Chapter

Scottish unionists and the union, 1707–2007:

Alvin Jackson

in The Two Unions

Published in print December 2011 | ISBN: 9780199593996
Published online January 2012 | e-ISBN: 9780191731419 | DOI: http://dx.doi.org/10.1093/acprof:oso/9780199593996.003.0007
Scottish unionists and the union, 1707–2007:

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This chapter examines Scottish unionism. The survival of the Scots union owed much to the party structure of Scotland, and of the British state. The Scottish Unionist party was deeply rooted in the political and intellectual history of Scotland, and brought together a Tory legacy of romantic nationalism with a Whig tradition of assimilation. The party thrived in the context of a politics still heavily infiltrated and conditioned by religious faith. Labour in Scotland was originally supportive of Home Rule, but had migrated towards unionism by the interwar years. Where the Unionist Party’s appeal was partly based, at least in the era of Irish Home Rule, upon religion, Labour cultivated the politics of class. This, combined with its economistic social diagnoses, its centralist prescriptions, and its disproportionate contribution to the formation and leadership of the British Labour movement, effectively made for unionism — or at best for a rigorously unsentimental, pragmatic, and materialist patriotism.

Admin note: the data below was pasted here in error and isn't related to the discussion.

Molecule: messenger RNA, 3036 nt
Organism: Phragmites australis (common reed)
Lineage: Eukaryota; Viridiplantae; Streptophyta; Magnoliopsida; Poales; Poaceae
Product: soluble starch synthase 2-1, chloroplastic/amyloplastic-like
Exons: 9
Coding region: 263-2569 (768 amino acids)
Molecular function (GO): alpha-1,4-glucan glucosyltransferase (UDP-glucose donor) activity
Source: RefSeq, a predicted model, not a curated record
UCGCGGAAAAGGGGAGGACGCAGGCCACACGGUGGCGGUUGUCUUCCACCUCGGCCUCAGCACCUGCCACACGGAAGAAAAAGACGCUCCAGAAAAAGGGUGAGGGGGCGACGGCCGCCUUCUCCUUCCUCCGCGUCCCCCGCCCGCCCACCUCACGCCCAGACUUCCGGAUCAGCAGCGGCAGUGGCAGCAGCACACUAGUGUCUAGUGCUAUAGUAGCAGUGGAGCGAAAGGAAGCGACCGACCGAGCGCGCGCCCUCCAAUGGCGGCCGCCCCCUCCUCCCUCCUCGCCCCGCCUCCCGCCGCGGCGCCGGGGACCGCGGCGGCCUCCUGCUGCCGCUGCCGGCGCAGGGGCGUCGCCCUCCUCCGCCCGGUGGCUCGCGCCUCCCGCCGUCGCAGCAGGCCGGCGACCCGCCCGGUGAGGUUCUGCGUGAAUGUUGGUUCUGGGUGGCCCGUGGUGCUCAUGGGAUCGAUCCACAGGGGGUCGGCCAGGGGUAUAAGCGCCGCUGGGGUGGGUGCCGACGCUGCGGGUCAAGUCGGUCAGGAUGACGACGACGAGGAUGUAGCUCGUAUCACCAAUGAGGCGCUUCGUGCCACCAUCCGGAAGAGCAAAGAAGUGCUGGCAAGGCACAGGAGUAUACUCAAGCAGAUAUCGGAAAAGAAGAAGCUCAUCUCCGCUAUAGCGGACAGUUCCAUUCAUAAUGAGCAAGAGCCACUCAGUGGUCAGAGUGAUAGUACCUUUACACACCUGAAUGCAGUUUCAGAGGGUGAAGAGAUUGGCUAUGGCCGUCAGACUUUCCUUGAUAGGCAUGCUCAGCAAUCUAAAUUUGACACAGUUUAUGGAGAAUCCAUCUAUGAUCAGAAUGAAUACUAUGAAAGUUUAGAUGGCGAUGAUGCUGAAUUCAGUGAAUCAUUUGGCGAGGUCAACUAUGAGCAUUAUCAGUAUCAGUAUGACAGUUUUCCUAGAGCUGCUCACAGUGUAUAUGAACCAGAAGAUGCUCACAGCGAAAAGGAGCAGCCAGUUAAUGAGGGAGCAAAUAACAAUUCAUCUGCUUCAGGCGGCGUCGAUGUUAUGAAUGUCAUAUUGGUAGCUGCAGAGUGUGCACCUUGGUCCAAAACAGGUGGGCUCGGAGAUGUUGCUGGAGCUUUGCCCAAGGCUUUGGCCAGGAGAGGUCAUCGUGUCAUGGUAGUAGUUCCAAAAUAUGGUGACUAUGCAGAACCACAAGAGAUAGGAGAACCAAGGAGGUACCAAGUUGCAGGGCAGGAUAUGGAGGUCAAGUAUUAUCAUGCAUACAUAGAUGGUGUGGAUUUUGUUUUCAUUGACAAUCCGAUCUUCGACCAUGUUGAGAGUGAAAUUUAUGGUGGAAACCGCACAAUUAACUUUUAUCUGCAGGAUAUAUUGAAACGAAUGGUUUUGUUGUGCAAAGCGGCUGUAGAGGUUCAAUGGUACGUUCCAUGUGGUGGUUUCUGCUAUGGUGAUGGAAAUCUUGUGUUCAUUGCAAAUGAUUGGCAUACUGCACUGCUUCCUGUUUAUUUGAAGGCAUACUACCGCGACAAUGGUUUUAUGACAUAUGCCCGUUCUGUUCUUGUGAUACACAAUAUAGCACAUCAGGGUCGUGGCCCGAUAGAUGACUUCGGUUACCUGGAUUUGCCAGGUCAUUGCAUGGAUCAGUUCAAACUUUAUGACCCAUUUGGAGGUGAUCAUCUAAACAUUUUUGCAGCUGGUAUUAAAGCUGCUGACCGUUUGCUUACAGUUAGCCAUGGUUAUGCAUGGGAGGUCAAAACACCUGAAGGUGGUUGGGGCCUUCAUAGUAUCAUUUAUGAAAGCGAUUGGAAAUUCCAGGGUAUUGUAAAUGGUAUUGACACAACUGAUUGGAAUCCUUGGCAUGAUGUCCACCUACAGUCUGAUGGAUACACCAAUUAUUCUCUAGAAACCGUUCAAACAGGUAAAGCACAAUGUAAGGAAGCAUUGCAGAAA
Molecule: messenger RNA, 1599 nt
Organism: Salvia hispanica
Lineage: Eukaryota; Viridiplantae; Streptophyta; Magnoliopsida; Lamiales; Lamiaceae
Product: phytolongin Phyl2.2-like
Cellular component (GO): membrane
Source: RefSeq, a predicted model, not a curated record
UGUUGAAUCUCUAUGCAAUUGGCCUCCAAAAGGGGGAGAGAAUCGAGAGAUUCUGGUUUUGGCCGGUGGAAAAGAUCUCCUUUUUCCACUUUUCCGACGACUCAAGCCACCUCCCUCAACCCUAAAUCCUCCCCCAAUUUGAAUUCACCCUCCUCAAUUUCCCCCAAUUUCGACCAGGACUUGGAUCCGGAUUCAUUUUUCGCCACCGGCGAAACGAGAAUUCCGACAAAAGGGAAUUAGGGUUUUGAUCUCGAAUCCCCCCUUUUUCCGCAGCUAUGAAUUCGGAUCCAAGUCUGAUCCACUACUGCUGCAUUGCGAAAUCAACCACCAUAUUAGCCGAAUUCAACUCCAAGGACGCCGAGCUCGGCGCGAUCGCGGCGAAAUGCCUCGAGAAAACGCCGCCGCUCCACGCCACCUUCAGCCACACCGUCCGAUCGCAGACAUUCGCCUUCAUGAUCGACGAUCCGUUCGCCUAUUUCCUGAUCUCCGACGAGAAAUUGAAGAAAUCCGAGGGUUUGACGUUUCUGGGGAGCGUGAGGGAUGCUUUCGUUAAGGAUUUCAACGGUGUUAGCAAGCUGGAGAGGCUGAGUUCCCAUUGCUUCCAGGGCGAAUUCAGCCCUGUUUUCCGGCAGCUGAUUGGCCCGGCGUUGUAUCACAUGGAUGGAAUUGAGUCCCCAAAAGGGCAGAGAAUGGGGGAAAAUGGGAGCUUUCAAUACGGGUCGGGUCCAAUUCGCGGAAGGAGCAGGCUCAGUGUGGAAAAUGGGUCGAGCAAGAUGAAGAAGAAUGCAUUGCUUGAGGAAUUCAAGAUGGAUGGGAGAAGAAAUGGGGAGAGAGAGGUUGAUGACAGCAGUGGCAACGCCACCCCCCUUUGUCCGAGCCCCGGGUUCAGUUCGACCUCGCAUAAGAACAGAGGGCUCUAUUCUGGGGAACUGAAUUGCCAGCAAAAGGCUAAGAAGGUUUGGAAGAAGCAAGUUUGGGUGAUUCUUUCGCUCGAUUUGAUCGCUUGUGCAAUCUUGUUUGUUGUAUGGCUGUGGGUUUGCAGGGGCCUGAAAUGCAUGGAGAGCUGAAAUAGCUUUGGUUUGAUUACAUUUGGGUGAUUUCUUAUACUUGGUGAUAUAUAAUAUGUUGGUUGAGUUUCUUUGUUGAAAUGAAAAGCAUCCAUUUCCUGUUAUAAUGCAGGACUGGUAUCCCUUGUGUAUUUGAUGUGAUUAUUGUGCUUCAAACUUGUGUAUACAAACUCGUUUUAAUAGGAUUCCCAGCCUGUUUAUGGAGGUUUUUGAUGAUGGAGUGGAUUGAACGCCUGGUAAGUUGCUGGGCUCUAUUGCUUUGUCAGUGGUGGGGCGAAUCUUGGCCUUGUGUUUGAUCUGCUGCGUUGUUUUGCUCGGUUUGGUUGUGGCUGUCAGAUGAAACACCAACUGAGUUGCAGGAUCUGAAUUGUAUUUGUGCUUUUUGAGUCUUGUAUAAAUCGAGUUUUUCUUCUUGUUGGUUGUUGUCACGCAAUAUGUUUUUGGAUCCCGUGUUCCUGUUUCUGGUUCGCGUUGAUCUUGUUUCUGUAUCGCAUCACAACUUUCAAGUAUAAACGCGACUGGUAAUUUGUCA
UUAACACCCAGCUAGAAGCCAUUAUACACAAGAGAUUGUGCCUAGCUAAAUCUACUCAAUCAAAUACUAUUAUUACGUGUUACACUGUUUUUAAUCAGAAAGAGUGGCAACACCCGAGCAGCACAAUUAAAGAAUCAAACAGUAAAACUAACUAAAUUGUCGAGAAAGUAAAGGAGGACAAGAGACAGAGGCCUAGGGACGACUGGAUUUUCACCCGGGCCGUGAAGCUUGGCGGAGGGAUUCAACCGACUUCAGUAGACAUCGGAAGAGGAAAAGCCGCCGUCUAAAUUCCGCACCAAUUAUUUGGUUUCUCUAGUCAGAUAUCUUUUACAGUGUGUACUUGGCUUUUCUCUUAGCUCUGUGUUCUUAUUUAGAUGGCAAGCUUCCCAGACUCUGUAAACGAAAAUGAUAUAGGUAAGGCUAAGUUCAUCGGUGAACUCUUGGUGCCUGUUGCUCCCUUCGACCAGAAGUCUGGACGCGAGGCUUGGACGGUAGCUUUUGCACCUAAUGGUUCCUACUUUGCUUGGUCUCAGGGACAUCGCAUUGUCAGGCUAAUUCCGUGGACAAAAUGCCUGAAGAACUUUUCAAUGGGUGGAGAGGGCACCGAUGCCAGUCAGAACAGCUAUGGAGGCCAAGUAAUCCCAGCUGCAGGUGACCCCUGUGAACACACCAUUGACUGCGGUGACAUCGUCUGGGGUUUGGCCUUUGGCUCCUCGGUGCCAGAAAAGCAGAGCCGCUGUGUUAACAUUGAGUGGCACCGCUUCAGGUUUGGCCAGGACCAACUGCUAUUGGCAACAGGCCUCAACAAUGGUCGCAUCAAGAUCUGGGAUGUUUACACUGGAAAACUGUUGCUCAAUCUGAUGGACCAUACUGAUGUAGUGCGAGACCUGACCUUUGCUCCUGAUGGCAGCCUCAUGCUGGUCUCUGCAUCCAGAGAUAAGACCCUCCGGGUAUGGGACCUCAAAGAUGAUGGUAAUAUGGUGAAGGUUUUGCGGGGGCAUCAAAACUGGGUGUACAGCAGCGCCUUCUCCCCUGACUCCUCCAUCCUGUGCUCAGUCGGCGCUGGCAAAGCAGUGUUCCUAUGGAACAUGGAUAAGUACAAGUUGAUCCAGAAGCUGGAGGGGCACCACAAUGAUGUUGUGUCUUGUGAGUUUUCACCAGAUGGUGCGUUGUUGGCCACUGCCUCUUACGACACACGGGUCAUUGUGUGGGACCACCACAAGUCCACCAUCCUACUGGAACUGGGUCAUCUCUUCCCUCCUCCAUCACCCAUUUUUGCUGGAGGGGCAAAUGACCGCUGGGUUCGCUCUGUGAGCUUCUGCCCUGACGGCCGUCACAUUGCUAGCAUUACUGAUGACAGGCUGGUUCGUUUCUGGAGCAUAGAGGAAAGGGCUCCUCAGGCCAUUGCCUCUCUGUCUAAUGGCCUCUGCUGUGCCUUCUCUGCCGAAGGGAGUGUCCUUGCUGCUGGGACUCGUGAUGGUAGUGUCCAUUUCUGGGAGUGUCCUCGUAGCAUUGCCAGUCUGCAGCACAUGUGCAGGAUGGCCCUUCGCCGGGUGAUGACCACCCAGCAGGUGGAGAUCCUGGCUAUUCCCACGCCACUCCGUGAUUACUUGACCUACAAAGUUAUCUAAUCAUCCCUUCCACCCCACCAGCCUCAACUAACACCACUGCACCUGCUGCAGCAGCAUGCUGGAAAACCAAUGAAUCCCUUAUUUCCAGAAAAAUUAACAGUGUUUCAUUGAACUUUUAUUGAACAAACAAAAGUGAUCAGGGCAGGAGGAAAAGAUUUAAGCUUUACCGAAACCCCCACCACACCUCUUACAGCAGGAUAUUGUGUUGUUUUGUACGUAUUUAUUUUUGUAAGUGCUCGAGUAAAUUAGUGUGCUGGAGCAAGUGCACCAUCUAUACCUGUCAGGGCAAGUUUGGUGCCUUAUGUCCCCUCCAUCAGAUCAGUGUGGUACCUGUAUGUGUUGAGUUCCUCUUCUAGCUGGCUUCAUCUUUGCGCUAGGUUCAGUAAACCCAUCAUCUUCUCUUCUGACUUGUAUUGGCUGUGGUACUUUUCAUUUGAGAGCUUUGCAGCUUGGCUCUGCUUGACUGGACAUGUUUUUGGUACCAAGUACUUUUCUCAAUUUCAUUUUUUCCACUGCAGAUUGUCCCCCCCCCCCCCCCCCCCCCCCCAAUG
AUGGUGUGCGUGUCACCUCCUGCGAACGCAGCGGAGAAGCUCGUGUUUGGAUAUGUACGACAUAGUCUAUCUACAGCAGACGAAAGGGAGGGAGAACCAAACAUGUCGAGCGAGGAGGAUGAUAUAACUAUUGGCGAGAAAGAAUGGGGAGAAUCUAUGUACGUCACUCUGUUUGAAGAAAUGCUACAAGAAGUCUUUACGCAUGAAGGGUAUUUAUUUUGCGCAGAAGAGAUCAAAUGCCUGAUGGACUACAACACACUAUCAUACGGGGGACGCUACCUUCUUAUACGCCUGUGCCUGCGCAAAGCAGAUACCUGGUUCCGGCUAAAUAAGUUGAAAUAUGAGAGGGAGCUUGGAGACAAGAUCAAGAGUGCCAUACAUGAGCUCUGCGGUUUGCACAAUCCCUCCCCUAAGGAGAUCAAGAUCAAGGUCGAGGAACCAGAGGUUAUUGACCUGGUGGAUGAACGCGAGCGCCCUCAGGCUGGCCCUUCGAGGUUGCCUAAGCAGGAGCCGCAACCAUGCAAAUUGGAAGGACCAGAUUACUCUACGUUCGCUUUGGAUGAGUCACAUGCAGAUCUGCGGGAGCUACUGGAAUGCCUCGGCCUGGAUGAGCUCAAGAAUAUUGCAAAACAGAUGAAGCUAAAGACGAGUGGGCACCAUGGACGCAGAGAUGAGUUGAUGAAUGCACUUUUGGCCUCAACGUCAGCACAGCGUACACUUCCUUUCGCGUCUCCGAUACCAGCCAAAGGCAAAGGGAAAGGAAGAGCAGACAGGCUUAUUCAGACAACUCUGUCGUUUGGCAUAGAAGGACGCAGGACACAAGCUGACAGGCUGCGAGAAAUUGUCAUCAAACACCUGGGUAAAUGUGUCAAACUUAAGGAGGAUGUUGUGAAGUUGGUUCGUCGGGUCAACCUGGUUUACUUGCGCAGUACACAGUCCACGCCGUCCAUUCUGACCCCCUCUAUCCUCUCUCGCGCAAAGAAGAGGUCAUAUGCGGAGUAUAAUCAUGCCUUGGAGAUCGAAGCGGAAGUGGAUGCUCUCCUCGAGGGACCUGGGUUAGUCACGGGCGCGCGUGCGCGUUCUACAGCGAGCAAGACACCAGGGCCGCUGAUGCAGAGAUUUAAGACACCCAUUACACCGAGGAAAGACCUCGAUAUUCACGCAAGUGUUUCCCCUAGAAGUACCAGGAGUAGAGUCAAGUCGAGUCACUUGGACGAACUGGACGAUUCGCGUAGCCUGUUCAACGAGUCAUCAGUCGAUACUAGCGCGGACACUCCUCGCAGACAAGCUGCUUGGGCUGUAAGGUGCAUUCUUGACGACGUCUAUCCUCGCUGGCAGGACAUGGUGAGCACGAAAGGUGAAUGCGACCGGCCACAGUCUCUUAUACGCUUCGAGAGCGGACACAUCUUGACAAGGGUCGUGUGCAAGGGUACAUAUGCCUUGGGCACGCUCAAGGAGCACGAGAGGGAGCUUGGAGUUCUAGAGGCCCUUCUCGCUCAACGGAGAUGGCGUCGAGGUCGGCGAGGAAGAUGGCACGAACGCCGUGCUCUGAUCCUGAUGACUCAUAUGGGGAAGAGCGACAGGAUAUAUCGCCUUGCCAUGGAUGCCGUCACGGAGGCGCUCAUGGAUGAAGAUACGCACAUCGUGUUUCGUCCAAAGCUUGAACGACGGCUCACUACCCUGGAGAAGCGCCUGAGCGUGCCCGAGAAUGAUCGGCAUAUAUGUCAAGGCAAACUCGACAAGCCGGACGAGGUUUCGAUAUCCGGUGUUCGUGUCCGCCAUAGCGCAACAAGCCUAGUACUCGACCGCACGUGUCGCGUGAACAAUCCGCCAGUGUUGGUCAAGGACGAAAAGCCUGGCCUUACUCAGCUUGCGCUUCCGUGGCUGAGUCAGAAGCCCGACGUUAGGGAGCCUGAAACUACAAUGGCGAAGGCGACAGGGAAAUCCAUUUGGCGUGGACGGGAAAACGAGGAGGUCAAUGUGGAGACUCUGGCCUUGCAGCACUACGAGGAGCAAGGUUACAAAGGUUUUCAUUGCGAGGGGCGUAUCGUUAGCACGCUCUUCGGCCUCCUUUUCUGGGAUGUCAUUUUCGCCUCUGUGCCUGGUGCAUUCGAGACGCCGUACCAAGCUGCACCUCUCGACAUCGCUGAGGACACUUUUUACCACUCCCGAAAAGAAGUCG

Keywords: Scottish unionism; nationality; Scottish Unionist party; liberal unionists; patriotism; Tories; Whigs

Chapter.  26041 words. 

Subjects: Modern History (1700 to 1945)

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